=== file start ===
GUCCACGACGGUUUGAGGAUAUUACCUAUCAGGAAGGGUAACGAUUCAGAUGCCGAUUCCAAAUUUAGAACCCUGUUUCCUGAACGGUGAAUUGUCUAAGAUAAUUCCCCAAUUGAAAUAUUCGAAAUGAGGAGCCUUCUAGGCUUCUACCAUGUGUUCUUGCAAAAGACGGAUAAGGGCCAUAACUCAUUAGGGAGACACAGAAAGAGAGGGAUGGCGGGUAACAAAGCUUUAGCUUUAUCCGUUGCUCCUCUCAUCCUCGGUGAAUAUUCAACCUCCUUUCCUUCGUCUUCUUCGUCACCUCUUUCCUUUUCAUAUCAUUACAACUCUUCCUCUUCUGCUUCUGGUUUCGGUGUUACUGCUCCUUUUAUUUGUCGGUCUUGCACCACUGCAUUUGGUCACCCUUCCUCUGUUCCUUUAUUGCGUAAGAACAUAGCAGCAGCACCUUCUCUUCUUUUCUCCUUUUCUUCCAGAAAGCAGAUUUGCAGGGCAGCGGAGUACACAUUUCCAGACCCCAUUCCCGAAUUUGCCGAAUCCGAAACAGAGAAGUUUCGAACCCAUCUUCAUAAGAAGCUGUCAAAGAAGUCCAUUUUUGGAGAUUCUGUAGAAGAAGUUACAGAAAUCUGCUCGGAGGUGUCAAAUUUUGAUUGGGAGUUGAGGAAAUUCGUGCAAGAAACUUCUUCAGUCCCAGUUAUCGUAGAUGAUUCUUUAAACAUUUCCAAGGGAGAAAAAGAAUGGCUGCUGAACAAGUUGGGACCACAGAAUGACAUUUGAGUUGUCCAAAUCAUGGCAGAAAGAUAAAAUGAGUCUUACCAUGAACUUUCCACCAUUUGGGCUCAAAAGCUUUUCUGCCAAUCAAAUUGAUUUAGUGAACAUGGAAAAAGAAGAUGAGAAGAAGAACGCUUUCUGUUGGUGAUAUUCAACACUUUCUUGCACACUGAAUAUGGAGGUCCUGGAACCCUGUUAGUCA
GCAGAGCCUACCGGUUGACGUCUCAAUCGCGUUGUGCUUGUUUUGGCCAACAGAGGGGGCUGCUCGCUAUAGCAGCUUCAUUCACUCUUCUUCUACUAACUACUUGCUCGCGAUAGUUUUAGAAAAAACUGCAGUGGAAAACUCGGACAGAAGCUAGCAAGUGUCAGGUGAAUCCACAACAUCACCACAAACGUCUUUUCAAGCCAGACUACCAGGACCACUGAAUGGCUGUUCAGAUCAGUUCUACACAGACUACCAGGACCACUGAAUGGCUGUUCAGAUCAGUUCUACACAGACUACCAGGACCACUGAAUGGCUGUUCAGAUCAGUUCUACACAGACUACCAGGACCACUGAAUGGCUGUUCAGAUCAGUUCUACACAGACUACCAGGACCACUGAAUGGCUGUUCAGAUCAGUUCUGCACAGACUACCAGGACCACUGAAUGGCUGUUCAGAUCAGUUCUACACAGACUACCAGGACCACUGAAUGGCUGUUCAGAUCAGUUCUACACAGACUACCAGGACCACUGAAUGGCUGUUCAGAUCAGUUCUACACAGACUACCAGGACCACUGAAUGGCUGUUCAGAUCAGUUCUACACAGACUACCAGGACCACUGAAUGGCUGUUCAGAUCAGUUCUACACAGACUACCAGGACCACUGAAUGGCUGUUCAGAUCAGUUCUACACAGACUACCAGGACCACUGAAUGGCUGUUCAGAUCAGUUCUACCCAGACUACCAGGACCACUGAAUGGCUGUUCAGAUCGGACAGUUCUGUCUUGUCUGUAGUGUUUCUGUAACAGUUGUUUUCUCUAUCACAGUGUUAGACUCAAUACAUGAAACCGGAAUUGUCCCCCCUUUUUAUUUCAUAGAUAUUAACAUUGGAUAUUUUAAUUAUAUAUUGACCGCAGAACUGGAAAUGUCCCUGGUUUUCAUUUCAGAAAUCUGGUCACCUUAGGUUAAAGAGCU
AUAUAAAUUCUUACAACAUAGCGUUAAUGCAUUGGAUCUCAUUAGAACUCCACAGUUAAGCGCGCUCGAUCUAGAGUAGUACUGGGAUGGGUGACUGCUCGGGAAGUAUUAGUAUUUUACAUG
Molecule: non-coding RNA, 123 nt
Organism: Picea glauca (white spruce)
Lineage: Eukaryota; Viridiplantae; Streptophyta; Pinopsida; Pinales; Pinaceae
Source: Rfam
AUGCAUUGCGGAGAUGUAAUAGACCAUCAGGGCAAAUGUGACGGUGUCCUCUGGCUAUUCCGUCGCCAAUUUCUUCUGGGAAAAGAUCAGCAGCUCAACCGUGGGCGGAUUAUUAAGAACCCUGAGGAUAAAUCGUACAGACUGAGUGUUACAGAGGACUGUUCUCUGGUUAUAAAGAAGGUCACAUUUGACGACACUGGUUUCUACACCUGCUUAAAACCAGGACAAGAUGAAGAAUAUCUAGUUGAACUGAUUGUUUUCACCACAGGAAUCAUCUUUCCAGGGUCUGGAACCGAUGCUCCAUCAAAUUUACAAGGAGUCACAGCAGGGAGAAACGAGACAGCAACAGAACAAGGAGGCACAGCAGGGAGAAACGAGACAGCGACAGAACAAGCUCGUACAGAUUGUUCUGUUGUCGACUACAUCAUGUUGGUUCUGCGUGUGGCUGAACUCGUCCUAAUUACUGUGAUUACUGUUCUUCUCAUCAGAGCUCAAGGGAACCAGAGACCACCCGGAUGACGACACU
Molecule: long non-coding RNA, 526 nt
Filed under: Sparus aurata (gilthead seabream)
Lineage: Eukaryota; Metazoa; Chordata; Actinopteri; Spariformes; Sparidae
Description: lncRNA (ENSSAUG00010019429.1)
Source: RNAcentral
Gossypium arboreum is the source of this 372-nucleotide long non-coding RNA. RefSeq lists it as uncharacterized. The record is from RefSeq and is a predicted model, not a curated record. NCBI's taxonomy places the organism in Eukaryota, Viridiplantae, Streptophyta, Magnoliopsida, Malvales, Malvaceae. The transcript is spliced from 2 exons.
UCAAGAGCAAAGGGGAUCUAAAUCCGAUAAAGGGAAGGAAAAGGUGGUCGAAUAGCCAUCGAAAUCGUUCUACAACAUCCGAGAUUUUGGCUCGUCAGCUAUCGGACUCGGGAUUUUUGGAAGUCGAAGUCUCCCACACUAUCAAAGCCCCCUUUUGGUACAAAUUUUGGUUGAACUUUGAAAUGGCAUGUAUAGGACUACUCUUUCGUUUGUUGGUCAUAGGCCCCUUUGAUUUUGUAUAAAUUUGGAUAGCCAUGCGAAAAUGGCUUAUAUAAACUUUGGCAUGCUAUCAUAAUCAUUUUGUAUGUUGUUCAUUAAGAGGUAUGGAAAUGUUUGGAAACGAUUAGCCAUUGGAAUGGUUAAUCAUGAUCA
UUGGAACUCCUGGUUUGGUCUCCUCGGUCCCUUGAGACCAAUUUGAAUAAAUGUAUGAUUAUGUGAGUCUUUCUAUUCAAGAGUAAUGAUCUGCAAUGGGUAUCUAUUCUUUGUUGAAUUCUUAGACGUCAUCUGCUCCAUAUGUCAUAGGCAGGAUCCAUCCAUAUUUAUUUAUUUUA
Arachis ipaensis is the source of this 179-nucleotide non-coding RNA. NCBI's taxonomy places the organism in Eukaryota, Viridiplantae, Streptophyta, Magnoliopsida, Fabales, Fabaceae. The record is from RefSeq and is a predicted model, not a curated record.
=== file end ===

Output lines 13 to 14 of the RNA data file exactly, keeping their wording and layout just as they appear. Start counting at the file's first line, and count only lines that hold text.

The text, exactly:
Source: RNAcentral
Gossypium arboreum is the source of this 372-nucleotide long non-coding RNA. RefSeq lists it as uncharacterized. The record is from RefSeq and is a predicted model, not a curated record. NCBI's taxonomy places the organism in Eukaryota, Viridiplantae, Streptophyta, Magnoliopsida, Malvales, Malvaceae. The transcript is spliced from 2 exons.